Soldiers from the Wisconsin Army National Guard's 157th Maneuver Enhancement Brigade played a role in a major international military exercise in August.
The Milwaukee-based unit sent 32 Soldiers to Fort Lewis, Washington, to participate in Ulchi Freedom Guardian, a yearly exercise that simulates a war on the Korean Peninsula. This year's exercise, which occurs annually in August, tested U.S., South Korean and other Allied nations' abilities to execute their battle plans in the event of hostilities. The simulated scenario began approximately 100 days into the notional outbreak of war.
Lt. Col. Steven Sherrod, the 157th Maneuver Enhancement Brigade's administrative officer and officer-in-charge for the exercise, said U.S. forces executed plans for a counterattack after a North Korean invasion of the South. Ulchi Freedom Guardian, which is one of two annual major exercises on the peninsula, tests a different phase of operations each year.
"The purpose is preparation for the day that you might fight some sort of conflict on the Korean Peninsula," Sherrod said. "And to be better prepared for that eventuality."
The Soldiers of the 157th worked with the 25th Infantry Division's headquarters staff, which played its role from Hawaii and South Korea.
"We had a small battle staff that was basically working and doing all of the communication coordination that we would as a maneuver enhancement brigade for a division," Sherrod said. "So we had charge of the rear area, the mobility, route clearance and route security kinds of issues for the division forces."
In addition, 157th Soldiers played the role of moving engineer, military police and logistics units on the battlefield.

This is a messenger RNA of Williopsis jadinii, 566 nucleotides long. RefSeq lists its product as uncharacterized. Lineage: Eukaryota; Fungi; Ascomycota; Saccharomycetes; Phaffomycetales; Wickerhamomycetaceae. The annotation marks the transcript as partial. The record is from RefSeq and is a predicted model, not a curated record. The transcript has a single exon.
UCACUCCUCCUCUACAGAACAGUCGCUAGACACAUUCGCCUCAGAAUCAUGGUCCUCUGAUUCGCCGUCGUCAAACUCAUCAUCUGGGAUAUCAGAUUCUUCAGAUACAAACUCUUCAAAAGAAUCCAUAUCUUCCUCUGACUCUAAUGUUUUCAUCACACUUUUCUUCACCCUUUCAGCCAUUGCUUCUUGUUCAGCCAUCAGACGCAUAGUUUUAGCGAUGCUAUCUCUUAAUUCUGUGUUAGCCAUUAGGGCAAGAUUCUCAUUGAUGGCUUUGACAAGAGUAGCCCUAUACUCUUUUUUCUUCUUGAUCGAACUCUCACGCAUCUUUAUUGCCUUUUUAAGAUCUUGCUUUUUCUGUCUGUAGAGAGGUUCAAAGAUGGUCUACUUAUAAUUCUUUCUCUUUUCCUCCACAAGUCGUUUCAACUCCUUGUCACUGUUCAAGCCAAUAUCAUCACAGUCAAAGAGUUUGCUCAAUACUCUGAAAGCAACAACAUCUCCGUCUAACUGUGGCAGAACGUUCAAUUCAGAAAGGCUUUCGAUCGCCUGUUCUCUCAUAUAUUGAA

It proved to be a valuable experience for the Soldiers, who hailed from the brigade's headquarters staff, and several subordinate battalions including the Sussex, Wisconsin-based 108th Forward Support Company, the Oak Creek, Wisconsin-based 257th Brigade Support Battalion, and the 1st Battalion, 121st Field Artillery out of Milwaukee.
Many of the Soldiers experienced a major exercise for the first time and received valuable training on headquarters processes and the equipment used to command and control battle spaces.
"For a lot of our junior Soldiers, particularly if they were not at annual training, we utilized a lot of our computer systems and so forth for the first time this year in a consolidated fashion," Sherrod said. "So we got a lot of additional training on that - particularly the Command Post of the Future, which is our current platform for conducting operations logistics for the brigade as well as contacts with higher headquarters.
"For the battle staff it was valuable because we had to do all the reporting and briefing and planning and decision-making as far as fighting the battle and supporting the battle," he said.
Ulchi Freedom Guardian provided a rare test for the Soldiers to operate at the corps level and above. Most of the Soldiers had only operated with units at the company, battalion and brigade level prior to the exercise, according to Lt. Col. Tim Skelton, the commander of the 257th Brigade Support Battalion.
Sherrod and Lt. Col. Tim Skelton were both impressed by their team's performance, especially considering many of the Soldiers had not worked together previously.
The exercise kicked off in earnest on Aug. 24, but Soldiers and units arrived in the preceding days and weeks for setup and training. It concluded Aug. 28 and the unit returned to Wisconsin Aug. 30.